A Jimmite Review
Jim West has recently, on his blog, enthusiastically (understatement) recommended Hans Hübner’s new Evangelische Fundamentaltheologie, and I must say, given his comments I am sorely tempted to drop my work and give it a read. Alas, that would be less than responsible.
But in true Jimmite fashion, I also want to give my hearty recommendation for another German language book that has recently, as I’ve worked through 1 Cor, been impressing my socks off:
Matthias Konradt’s Gericht und Gemeinde: Eine Studie zur Bedeutung und Funktion von Gerichtsaussagen im Rahmen der Paulinischen Ekklesiologie und Ethik im 1 Thess und 1 Kor (Berlin, Walter de Gruyter, 2003 – anything by this publisher is worth reading, eh Ben).
Not only is the exegesis exemplary, but it’s very clearly written, engaging and, for those of us who are self-confessed freaks, presents enough detail and footnotes to keep you going for months. It is a model of the highest level of scholarship.
The blurb on the de Gruyter webpage runs:
“The present study deals with St. Paul’s statements about judgement, but instead of examining them from a single perspective in their relationship to the discourse of “justification by faith”, it places them in the context of Pauline ecclesiology and ethics. It asks the concrete question of how St. Paul introduces the theme of judgement and in what contexts in order to structure community or set way marks for Christian life. The study focuses on the First Epistle to the Thessalonians and the First Epistle to the Corinthians.”To be honest, this summary is far to clinical to do the book justice; fascinating questions are asked and addressed that many would rather skim over in the name of faithfulness to Lutheran soteriology – at least that’s my suspicion.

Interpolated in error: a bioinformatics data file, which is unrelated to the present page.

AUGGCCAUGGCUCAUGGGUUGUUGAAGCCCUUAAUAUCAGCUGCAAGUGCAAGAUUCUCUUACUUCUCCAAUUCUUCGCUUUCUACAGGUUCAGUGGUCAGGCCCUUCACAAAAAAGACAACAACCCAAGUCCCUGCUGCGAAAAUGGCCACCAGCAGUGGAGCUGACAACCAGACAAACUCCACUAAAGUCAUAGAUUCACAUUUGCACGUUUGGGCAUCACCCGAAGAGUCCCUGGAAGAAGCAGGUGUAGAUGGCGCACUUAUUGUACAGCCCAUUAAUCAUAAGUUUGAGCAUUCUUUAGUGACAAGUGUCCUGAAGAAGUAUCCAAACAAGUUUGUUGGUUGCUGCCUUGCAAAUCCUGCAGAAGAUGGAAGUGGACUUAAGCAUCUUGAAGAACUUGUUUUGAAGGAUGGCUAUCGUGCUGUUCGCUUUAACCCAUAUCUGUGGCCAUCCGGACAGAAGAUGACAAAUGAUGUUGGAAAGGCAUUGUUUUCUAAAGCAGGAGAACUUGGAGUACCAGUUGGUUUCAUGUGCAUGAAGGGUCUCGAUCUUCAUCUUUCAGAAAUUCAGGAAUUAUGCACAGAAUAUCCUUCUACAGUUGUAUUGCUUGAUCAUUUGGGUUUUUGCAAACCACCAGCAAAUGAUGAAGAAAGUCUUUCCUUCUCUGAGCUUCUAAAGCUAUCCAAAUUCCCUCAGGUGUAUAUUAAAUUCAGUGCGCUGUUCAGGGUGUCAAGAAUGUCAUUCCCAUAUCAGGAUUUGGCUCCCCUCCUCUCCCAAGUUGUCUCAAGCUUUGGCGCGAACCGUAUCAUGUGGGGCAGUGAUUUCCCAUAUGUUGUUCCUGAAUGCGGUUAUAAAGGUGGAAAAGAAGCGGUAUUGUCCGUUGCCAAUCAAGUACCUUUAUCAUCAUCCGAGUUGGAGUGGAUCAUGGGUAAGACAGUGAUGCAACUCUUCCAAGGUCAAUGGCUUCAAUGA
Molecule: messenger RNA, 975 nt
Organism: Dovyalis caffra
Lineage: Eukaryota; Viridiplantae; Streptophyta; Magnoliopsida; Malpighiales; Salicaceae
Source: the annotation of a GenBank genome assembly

Here is Tobias Nicklas’s SBL review, which he concludes with the words: ‘Der Band wird sicherlich bald einen wichtigen Platz in der Paulusexegese allgemein einnehmen und dürfte so zum Ausgangspunkt weiterer fruchtbarer Diskussionen werden.’
Hmm. Maybe I haven’t been Jimmitely enthusiastic enough.
OK, I’ll try again (allow for a little flexibility with the truth though): “This book is the best thing to have ever been written in NT exegesis, nay, in the world of literature whatever the subject. It is a paradigm changing, bomb in playground, theological and literary masterpiece that anyone who is interested in the bible should memorise from cover to cover. Including the footnotes and ISBN. If you don’t want to go to hell, read it”.
Me thinks this has perhaps become even more Jimmite than Jim.